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IOC upholds doping ban; Russians can't march under own flag
PYEONGCHANG, South Korea (AP) - The International Olympic Committee on Sunday upheld the ban of Russia from the Pyeongchang Winter Games because of doping, denying the 168 athletes competing here as "Olympic Athletes from Russia" the right to march in the closing ceremony under their country's flag. The IOC's full membership unanimously approved the recommendation of the executive board just hours before the final competition and the closing ceremony. Fifty-two of the IOC's 100 members were present for the vote on the fallout from the massive Russian doping scandal, which has tarnished the IOC and raised doubts about its ability to protect clean athletes.


School shooting survivors target NRA-linked companies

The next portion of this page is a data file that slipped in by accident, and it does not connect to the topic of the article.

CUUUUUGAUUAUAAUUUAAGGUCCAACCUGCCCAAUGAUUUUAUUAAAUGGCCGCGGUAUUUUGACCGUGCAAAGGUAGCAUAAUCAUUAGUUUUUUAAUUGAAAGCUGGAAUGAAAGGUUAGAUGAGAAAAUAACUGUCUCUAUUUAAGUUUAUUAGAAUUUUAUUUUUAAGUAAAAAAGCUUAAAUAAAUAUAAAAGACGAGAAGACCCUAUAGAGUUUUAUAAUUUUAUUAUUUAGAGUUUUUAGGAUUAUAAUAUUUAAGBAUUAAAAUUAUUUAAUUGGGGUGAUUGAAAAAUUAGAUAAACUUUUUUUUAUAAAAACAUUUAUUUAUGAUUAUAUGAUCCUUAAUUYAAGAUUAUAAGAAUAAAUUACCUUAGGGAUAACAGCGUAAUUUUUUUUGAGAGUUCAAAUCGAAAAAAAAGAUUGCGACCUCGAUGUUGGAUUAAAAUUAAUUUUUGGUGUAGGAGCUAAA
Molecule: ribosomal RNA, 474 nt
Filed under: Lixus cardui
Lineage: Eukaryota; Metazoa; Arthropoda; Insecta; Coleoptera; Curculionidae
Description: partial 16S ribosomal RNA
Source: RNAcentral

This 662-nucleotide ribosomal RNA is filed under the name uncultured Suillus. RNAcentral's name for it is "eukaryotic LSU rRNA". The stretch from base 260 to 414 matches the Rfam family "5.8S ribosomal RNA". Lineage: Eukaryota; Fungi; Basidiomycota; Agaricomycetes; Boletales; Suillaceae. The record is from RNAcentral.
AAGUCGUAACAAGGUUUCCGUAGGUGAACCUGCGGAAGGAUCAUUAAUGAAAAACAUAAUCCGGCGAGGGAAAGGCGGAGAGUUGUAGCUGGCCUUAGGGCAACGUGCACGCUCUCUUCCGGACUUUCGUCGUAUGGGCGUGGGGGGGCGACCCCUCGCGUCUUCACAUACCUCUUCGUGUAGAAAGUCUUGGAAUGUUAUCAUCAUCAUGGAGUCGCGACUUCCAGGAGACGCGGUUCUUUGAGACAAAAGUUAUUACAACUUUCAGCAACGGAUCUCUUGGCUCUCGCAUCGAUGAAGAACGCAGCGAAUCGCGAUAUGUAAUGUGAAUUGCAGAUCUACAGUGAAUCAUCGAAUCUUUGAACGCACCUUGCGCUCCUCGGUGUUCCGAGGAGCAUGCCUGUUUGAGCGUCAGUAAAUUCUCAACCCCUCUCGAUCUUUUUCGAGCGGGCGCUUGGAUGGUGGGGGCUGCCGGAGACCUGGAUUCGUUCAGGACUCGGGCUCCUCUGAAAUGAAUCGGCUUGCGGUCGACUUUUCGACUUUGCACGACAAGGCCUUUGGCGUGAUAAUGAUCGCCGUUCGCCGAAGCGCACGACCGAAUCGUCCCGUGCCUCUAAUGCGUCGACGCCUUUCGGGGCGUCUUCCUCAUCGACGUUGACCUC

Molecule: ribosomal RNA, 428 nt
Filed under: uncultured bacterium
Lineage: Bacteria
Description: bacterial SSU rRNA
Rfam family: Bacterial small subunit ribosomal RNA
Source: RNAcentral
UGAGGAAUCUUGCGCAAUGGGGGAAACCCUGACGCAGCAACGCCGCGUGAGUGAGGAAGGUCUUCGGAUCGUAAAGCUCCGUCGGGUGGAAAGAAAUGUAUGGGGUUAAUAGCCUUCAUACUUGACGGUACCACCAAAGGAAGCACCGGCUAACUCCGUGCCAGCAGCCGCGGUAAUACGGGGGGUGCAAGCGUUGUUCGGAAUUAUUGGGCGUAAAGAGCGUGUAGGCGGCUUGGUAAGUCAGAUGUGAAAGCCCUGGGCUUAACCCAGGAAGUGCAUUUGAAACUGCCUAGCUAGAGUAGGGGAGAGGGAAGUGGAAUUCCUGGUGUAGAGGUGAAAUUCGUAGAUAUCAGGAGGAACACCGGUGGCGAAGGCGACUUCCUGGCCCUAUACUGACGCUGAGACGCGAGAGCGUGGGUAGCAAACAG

Survivors of a mass shooting at a Florida high school are hoping to expand the reach of their gun control movement by seeking a boycott of companies doing business with the NRA and urging tourists to boycott the Sunshine State. As the #BoycottNRA movement grew on Twitter, with petitions circulating against companies that offer discounts to NRA members, a growing number of those businesses announced they are cutting or reducing ties with the association. Both Delta and United said Saturday that they will no longer offer discounted airfares to NRA members to attend their annual meetings, and both have asked the gun rights group to remove any references to their companies from the NRA website.


Iraq's ethnic, religious groups fragmented as elections near